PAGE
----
The Minnesota Golden Gophers are entering Year 4 of the P.J. Fleck era, putting his coaching staff’s recruits front and center as the team looks to a replace a number of starters from a season ago. There are a lot of position groups with questions to answer ahead of a potential 2020 season, and some units are looking better than others.
Here is how I would rank them (and feel free to disagree):
Kamal Martin and Thomas Barber have both graduated. Braelen Oliver suffered a lower body injury in spring practice that would sideline him for most, if not all, of a fall season. That leaves junior Mariano Sori-Marin as the most experienced linebacker on the roster, with Thomas Rush transitioning to a rush end role. This position group is the biggest question mark on the roster. Redshirt sophomore Josh Aune and redshirt freshmen James Gordon and Donald Willis will all likely see the field, and I have no doubt growing pains are in order.
9. Special Teams
Kicker Michael Lantz had a decent freshman year, despite missing a couple games due to injury. Punter Jacob Herbers has graduated, and the Gophers went all the way to Australia to find his replacement. Mark Crawford was a Signing Day surprise last year and I’ll be very curious to see if he was worth the trek. Hopefully someone can challenge Grant Ryerse for kickoff duty, because the kickoffs last season were... not great. Improvement needed.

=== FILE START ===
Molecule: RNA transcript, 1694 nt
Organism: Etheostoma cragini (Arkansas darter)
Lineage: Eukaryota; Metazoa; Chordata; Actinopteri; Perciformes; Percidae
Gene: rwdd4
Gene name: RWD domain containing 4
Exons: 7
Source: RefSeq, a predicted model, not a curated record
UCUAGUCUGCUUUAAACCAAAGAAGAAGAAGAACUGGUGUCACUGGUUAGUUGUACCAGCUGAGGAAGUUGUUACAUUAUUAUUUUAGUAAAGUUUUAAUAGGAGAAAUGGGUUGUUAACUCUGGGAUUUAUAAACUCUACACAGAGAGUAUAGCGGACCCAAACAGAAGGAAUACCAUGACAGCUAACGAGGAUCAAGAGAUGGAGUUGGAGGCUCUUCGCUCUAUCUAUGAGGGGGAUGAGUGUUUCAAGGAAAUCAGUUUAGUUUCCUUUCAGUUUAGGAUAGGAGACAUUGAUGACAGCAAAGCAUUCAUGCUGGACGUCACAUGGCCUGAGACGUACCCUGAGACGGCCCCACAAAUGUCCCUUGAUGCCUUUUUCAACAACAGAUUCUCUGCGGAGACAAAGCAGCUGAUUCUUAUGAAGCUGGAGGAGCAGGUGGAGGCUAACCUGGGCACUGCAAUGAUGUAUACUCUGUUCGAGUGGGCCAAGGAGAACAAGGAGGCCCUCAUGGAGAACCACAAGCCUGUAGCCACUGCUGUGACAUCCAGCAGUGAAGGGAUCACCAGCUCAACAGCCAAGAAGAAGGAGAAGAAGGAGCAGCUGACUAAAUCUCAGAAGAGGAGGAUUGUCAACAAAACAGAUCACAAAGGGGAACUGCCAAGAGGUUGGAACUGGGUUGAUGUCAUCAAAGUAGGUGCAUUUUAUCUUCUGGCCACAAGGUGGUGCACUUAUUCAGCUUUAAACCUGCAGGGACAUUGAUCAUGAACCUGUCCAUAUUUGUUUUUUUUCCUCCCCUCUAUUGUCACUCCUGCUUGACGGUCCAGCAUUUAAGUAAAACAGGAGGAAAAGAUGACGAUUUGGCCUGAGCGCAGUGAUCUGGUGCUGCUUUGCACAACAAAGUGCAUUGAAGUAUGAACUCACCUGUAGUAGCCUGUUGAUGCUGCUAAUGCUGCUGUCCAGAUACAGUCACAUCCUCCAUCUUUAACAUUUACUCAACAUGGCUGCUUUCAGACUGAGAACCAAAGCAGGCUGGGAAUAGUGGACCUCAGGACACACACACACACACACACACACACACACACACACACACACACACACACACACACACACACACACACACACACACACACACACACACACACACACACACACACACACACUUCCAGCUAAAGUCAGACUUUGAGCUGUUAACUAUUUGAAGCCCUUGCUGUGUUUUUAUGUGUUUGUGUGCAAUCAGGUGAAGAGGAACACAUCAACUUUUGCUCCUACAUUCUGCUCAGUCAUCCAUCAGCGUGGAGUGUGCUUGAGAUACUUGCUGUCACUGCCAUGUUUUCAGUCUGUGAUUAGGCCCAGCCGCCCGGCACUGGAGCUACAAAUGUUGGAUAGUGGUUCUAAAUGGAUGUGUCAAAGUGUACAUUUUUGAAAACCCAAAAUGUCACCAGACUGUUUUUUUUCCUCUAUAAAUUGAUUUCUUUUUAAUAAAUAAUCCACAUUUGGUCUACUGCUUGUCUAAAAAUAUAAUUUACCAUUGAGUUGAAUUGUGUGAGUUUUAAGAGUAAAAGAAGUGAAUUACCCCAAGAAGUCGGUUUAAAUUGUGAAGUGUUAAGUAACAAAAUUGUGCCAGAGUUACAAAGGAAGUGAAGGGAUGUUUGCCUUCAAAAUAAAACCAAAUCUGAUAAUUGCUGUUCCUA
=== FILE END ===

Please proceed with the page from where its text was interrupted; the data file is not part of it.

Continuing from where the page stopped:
8. Defensive Line
This is a position group with a lot of potential. There’s a very real possibility that this could be an upgrade from 2019, but that might be more of a prediction than an expectation. Carter Coughlin leaves a huge hole at rush end, and defensive end Winston DeLattiboudere and defensive tackle Sam Renner were both stalwarts up front. Nose tackle Micah Dew-Tready is the lone returning starter, but I don’t expect Keonte Schad to miss a beat as the three-technique tackle. Boye Mafe will take over at rush end and I think he has the talent and skill to be even better than Coughlin. I’m less bullish about Esezi Otomewo on the opposite side, but we’ll see what he does with a starting role. More than anything, there is a lot of raw talent on the defensive line, as the coaching staff has loaded up in the last couple recruiting classes. I’m excited to see what they can do.
7. Wide Receiver
I know this is where I am bound to get pushback, but hear me out. Rashod Bateman is the best receiver in the Big Ten, and one of the best in all of college football. But he and Chris Autman-Bell are the only known commodities in this group, and I don’t think it is fair to expect Autman-Bell to step in and replace the production of Tyler Johnson, one of the most prolific pass catchers in program history. Like everyone else, I trust the coaching staff’s track record of recruiting and developing elite talent at the receiver position, but faith only gets you so far. There are simply too many unknowns here for me to rank this group higher.
6. Offensive Line